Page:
Traditional 401(k) plans are retirement plans sponsored by employers where a part of employee’s salary is directly deposited in a 401(k) account before tax is deducted from it (pretax). The ‘part’ deducted from the salary is known as ‘contribution’. Often even employers choose to match a percentage of the employee’s contribution to be deposited in the 401(k) account. These contributions make the principal amount of the retirement plan where these funds are in turn invested (in bonds, stocks, mutual funds etc) to maximize earnings from the savings. This translates to savings for retirement as well as imparting growth to employee’s money. And the best part is that all the earnings from such investments are not taxed until a withdrawal is made from the fund.
Generally, the company where a person works is the one who sponsors and offers the 401(k) plan. To be eligible to be enrolled into the plan, an employee has to complete one year of service with the company. Also, it is essential to understand that by law, the company cannot make an employee wait any longer than the stipulated year period to start contributing to the plan.
Contributing to the 401(k) account is essential if one desires to retire with good amount of savings. It is wise to start contributing as early as possible. No matter if it is only 1-3% initially; it’s still a start. A general rule of thumb that applies to a 401(k) account is that one should contribute as much as one can to the 401(k) account since part or all of the funds are used for investments as well. Hence, the more money one puts in, the more chance that money has to grow and give fruitful returns in the long term.
Also, one should not stop contributing to the 401(k) account. Even if one is unemployed or is going through financial troubles, one should contribute to the account as much as possible. Some people think that that they should stop contributing in a slow market which may inadvertently turn out to be a big financial mistake. Contributions from a 401(k) account are used for investments which are mostly long term, especially for younger employees. A slow market can in fact be a good time for investing as the prices of equities are low, providing an opportunity to invest more by getting better deals. This translates to greater earnings in the future where the market is expected to grow.
Many employers match a percentage to the employee’s contributions; some even $1 for $1 up to 5% of total contribution which is a 100% return on investment. There are hardly any investments which offer such high returns. Hence it is essential to ‘bank’ on this free cash as it increases the total amount in the account, resulting in fruitful gains in the long term.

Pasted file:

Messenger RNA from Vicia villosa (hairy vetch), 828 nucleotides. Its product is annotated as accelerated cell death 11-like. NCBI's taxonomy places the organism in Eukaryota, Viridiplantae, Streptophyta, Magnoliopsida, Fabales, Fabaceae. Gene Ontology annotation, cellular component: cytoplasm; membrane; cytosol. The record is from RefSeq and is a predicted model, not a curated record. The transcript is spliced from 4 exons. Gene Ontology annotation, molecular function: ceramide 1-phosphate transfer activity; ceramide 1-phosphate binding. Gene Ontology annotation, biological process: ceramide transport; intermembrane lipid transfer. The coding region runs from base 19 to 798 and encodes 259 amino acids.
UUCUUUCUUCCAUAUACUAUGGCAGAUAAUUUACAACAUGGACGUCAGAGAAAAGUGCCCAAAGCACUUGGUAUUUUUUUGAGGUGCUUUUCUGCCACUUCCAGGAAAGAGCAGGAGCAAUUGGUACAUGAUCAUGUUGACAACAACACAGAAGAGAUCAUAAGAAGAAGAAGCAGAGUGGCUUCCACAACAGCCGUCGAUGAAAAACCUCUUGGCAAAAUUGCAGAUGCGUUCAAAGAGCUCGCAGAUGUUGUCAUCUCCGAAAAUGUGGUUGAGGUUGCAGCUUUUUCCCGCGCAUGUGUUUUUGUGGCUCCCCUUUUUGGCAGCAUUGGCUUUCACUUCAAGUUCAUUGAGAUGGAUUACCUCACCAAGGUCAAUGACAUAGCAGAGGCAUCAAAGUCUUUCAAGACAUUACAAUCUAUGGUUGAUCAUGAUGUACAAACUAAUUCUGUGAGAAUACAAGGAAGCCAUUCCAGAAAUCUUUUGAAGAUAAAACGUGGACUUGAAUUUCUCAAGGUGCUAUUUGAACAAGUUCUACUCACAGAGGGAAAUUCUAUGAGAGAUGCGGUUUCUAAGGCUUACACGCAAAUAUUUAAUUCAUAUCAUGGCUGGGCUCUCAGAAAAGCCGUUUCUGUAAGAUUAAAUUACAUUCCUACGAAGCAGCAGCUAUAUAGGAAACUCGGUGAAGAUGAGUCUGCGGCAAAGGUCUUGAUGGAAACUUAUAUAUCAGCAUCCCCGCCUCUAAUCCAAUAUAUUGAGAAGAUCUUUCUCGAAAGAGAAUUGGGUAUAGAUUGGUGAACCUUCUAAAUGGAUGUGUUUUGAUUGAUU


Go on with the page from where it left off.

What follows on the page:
There are also limits to how much an employee can contribute to their 401(k) account in a year. The limits also vary for different types of 401(k) plans. Every company has a different 401(k) plan and so these limits vary accordingly and may limit the percentage of salary that the employee may contribute to the account. There are also federal limits (that change annually) which cannot be exceeded. As per the federal limits for the year 2010, employees can contribute a maximum of $16,500 or 100% of their salary, whichever is lower, to their 401(k) plan. Employees of age 50 or older can contribute an additional ‘catch-up’ amount of $5,500 as well. If one has multiple 401(k) plans, these limits apply to them cumulatively. This means that if one has two 401(k) plans, the total contributions to both these plans should not exceed the specified limit. In addition to these rules there are also rules that govern the contributions of ‘highly compensated employees’ (HCE) who may be eligible to a second contribution limit. Such employees should check with their employer or plan administrator to work out the details for proper planning.
It should be noted that these figures do not include the employer’s contribution. Since employer’s match is excluded from the limits, it becomes all the more important to contribute as much as one can as the employer will match additional percentage which can help maximize gains from the 401(k) account.
Proper financial planning should be taken up when dealing with the 401(k) account, its funds and investments. Since contributions form an essential part of the account, managing them is of utmost importance. One should not only start contributing as early as possible, but should also contribute more in the earlier years of employment. The main reason for this is that as one progresses in their career and tenure, their pay increases, pushing them into higher income tax bracket. Also in the unfortunate circumstances that one faces financial troubles or declares bankruptcy, the court protects one’s retirement funds. Hence saving as much as one can in the account will prove as leverage and a ‘coming-back’ vehicle in such unfortunate future times.
A great advantage that the 401(k) account provides is that all the funds in the account are made up of pre-tax dollars. And pretax dollars offer wide advantages when it comes to investing and imparting growth to the money. Also in times of hardships, these pretax dollars can be utilized accordingly without attracting income tax.
Understanding how essential contributions are for one’s retirement savings can go a long way in providing a great retirement. One should review their 401(k) plan and account quarterly or at least yearly and plan their contributions accordingly. When opening a 401(k) plan the employee should also go through the literature of the plan and gain at least basic understanding of the plan and its facilities. And if one finds it hard to manage, one can always opt for a tax lawyer who can simply take care of the details and also provide advice to maximize the savings.